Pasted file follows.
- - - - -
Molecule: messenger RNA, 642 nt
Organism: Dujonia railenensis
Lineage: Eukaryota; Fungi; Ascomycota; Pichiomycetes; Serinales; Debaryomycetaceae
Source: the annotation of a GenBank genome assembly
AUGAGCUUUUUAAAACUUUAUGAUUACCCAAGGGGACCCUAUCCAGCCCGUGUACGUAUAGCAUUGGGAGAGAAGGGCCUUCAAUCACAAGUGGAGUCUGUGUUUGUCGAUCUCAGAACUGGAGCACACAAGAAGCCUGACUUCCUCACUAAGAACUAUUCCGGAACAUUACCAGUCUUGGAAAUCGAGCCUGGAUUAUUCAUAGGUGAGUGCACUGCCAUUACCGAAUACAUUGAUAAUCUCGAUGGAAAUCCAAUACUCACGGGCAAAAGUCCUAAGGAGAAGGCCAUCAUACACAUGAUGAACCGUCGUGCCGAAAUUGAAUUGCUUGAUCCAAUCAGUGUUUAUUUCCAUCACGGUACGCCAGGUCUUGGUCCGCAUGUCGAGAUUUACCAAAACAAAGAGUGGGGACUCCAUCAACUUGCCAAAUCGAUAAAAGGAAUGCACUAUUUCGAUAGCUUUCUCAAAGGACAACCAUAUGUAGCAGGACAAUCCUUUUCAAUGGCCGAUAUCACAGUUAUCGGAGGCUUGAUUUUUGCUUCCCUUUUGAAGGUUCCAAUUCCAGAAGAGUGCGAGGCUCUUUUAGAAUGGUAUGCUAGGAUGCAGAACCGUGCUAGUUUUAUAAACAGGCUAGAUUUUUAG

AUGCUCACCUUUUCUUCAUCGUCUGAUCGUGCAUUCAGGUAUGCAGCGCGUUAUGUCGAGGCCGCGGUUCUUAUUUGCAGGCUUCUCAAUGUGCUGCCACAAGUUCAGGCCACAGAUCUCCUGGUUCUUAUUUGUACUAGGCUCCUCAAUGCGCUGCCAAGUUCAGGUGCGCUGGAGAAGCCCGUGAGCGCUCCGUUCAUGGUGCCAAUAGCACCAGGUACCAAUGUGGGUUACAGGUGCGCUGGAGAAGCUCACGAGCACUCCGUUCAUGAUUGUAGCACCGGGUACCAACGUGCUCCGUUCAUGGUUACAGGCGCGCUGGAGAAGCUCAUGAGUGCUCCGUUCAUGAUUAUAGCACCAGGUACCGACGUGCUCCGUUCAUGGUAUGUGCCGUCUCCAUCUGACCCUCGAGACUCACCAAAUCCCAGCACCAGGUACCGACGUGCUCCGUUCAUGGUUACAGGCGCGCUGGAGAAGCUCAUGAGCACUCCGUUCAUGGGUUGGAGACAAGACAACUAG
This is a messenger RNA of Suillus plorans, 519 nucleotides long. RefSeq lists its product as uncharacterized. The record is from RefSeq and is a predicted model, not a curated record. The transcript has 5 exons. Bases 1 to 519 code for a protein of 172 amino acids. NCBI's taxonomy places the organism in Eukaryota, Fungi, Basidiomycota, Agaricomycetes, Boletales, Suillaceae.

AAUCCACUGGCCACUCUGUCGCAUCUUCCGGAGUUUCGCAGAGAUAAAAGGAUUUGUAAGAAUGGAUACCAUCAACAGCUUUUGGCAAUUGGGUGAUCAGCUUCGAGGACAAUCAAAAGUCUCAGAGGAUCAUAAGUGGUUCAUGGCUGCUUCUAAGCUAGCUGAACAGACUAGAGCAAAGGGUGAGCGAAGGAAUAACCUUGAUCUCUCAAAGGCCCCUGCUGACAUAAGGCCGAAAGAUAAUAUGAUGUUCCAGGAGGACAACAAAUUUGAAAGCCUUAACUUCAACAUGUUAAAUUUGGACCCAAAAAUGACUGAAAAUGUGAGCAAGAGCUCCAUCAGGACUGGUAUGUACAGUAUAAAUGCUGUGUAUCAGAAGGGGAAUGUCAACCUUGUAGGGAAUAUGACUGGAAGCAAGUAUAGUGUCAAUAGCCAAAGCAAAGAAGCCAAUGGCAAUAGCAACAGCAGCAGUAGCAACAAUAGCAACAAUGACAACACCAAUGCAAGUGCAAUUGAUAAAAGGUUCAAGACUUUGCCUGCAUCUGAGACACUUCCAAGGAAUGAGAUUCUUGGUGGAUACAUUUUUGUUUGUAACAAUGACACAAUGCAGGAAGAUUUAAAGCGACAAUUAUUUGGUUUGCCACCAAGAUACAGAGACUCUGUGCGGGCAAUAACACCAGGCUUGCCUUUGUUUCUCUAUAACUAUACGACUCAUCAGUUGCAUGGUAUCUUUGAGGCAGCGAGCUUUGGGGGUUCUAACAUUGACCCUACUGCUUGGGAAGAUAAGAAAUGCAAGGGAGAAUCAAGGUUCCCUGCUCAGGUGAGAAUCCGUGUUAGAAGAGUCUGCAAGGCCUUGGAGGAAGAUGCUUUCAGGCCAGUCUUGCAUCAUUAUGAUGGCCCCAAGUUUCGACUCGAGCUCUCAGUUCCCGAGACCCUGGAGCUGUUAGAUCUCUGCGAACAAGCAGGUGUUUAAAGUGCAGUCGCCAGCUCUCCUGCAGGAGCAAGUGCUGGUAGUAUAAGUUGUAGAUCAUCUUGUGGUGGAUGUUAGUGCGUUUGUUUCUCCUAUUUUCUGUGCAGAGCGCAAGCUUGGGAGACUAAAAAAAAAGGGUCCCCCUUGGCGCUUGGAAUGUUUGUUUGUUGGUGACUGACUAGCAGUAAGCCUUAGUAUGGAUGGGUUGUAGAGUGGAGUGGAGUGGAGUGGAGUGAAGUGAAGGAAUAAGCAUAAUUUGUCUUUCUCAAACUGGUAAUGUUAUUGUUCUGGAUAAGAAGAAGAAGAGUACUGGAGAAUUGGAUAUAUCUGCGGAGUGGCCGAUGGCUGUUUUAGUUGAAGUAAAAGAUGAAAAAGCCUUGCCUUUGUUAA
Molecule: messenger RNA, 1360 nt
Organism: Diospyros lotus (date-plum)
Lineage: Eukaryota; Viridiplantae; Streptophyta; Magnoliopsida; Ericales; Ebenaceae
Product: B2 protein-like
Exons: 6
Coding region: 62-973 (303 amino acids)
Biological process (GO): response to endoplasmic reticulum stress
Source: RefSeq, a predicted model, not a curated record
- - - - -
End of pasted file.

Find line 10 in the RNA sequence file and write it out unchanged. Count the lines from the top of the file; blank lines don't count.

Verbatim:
Organism: Diospyros lotus (date-plum)